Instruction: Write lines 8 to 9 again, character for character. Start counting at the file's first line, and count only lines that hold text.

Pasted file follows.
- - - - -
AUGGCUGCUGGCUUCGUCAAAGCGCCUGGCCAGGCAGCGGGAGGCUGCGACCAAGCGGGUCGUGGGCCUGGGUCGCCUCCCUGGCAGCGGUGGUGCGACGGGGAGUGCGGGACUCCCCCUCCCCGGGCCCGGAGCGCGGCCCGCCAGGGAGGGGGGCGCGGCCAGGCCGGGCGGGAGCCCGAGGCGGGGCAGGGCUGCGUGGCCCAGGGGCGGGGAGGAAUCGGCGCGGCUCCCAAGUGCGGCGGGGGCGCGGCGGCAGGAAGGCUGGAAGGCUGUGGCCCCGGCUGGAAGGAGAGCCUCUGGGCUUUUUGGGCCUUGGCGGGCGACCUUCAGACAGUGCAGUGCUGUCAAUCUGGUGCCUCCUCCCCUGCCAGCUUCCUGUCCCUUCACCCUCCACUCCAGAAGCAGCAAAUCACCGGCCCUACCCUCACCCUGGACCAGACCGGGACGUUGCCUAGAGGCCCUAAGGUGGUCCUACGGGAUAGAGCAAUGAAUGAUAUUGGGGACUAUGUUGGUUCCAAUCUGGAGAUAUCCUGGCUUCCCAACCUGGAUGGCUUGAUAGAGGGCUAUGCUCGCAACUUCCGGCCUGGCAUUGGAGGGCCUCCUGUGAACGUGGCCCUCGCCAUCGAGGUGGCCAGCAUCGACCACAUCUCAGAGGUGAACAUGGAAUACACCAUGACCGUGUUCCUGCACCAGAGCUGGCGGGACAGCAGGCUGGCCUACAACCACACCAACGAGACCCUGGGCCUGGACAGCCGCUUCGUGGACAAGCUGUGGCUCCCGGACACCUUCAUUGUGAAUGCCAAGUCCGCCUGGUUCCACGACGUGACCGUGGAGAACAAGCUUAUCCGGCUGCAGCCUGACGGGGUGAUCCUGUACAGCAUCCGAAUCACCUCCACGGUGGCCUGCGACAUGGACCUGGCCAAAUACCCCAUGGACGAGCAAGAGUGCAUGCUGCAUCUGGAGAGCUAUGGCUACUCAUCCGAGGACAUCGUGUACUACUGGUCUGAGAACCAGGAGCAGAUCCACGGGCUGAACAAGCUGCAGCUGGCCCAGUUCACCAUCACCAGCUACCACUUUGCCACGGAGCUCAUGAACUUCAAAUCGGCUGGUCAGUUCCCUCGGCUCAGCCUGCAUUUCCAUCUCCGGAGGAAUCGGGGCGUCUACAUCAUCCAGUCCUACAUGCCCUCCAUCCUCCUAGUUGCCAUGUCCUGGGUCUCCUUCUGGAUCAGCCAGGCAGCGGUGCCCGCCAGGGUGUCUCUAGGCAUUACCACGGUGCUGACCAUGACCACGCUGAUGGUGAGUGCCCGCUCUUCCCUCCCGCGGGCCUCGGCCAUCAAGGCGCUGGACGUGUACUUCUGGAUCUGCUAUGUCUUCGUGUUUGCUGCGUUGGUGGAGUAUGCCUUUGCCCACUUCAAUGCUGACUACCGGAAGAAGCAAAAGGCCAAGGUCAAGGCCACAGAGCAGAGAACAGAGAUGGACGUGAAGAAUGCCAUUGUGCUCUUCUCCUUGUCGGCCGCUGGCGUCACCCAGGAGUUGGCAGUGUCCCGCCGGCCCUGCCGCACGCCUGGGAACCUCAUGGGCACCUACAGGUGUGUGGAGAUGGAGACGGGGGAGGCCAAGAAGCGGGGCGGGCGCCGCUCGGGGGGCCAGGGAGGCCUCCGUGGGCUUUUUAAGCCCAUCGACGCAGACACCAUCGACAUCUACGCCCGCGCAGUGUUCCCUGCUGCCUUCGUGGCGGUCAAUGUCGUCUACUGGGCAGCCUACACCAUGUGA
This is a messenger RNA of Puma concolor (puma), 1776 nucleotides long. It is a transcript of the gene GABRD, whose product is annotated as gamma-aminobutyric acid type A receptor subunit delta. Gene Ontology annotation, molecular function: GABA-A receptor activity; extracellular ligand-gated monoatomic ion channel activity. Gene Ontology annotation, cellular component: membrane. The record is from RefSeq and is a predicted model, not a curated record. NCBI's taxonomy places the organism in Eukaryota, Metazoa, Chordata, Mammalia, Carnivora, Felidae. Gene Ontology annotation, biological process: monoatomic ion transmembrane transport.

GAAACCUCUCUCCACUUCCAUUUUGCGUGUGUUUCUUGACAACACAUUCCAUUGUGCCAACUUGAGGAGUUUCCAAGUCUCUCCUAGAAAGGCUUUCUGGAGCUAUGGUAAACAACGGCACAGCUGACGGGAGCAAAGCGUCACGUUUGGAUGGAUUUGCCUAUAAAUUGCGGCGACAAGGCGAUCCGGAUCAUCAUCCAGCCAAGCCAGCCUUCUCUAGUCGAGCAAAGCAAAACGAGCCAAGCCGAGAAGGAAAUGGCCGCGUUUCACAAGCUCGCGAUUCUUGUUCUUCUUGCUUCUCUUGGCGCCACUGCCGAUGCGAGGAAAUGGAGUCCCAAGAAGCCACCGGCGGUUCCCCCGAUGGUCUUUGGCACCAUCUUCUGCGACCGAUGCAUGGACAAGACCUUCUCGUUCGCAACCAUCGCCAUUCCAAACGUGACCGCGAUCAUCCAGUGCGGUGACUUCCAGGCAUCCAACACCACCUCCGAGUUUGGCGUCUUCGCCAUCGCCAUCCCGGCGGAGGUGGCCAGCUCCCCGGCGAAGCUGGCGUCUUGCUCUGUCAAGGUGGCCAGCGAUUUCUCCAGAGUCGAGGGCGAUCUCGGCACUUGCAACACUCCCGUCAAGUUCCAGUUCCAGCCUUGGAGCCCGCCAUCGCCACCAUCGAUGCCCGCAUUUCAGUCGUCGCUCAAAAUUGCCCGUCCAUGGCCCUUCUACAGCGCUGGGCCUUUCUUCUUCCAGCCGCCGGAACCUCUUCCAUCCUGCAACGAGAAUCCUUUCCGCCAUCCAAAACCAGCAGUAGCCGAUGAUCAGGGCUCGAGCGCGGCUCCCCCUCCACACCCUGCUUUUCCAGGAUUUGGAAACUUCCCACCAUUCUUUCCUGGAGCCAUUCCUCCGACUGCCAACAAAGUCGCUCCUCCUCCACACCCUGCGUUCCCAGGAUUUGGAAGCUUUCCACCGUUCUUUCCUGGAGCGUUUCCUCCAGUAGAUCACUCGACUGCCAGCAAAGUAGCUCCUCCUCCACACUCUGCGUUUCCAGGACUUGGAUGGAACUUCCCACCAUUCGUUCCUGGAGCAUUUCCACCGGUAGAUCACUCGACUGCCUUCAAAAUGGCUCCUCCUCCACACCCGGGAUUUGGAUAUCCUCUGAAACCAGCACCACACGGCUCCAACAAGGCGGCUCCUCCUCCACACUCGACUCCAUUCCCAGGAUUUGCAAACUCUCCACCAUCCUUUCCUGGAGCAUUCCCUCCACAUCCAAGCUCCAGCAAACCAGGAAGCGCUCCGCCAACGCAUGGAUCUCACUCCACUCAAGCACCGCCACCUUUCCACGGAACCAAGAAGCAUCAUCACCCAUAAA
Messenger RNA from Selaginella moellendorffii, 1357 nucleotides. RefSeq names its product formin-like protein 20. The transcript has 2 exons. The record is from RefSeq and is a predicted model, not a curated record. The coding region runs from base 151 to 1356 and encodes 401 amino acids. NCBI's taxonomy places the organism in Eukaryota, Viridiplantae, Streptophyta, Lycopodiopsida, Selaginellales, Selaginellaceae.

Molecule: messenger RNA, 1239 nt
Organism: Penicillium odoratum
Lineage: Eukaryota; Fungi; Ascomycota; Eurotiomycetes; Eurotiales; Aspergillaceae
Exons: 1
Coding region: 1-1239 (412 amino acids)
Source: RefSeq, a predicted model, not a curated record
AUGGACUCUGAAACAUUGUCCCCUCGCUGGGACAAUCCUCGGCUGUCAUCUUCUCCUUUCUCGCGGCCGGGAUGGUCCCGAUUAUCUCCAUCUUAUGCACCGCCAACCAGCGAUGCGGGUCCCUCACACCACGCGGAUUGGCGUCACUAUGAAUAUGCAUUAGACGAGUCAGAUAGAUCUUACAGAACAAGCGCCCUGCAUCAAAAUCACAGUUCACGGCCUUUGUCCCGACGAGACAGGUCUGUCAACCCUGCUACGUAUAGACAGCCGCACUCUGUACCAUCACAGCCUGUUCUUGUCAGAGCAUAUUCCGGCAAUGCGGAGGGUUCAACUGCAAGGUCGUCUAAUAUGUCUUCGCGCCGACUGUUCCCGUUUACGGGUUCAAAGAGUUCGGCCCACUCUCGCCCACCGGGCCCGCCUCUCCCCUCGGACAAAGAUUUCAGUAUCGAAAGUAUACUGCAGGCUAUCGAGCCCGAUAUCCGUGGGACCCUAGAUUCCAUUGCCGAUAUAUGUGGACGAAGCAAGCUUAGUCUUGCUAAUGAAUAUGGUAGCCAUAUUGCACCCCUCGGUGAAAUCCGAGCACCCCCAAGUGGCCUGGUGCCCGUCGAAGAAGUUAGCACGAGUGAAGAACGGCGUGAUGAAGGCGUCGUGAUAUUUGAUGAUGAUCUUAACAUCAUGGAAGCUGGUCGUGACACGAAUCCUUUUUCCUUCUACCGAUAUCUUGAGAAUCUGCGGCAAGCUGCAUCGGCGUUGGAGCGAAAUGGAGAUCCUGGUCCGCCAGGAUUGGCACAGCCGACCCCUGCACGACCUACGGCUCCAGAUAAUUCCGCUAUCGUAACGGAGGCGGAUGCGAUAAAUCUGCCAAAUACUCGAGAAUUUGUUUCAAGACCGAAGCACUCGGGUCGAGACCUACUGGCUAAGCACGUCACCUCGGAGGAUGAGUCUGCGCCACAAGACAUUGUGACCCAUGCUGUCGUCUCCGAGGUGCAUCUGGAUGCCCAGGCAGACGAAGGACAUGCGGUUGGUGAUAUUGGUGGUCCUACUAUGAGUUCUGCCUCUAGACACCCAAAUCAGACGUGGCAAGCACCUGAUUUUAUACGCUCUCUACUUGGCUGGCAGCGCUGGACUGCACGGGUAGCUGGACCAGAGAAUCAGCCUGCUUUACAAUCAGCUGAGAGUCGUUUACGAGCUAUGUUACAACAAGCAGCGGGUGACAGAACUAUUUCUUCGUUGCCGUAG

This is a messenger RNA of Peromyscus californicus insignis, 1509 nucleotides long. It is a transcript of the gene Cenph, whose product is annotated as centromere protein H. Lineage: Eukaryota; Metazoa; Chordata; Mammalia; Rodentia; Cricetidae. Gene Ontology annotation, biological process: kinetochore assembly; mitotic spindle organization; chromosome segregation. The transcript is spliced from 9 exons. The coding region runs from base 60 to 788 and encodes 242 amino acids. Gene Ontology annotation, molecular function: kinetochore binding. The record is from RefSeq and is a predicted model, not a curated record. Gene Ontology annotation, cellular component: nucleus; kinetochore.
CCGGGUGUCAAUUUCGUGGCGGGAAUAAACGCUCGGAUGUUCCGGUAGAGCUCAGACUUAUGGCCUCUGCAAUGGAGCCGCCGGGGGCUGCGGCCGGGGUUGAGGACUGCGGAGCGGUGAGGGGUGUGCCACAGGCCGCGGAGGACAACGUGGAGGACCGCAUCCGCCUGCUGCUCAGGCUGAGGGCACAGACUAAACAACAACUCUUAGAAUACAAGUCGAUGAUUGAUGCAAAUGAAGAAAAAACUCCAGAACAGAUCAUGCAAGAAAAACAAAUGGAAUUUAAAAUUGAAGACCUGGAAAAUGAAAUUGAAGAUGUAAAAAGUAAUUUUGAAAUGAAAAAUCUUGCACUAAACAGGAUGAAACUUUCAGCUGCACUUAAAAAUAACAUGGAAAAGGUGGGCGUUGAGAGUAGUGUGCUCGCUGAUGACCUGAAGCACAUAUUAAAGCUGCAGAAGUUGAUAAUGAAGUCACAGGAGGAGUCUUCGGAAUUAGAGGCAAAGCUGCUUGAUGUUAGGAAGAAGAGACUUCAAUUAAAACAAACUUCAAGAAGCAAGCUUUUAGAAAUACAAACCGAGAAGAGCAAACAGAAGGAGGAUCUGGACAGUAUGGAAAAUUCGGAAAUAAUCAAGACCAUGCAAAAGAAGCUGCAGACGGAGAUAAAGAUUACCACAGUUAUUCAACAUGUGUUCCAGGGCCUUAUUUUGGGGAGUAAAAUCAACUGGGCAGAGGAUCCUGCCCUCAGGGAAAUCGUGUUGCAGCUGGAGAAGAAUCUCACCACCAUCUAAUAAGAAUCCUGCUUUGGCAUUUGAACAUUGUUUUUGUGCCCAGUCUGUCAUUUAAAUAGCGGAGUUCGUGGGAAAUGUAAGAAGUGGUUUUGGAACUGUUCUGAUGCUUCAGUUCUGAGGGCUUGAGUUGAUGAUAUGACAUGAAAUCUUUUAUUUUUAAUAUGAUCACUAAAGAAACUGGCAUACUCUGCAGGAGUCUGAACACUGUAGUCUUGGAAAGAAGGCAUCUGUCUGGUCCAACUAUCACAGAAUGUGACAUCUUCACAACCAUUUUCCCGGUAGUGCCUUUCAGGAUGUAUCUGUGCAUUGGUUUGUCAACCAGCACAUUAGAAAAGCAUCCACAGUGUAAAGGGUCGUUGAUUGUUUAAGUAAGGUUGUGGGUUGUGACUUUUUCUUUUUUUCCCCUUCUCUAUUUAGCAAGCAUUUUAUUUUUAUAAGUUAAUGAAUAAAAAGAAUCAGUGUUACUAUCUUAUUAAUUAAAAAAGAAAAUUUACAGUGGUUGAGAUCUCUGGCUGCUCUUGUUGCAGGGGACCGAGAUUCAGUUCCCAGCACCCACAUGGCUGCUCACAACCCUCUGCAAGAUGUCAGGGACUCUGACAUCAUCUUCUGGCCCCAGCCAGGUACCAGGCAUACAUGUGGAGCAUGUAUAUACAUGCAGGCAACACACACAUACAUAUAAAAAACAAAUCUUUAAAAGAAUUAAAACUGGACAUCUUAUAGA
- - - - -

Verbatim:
Exons: 1
Coding region: 1-1239 (412 amino acids)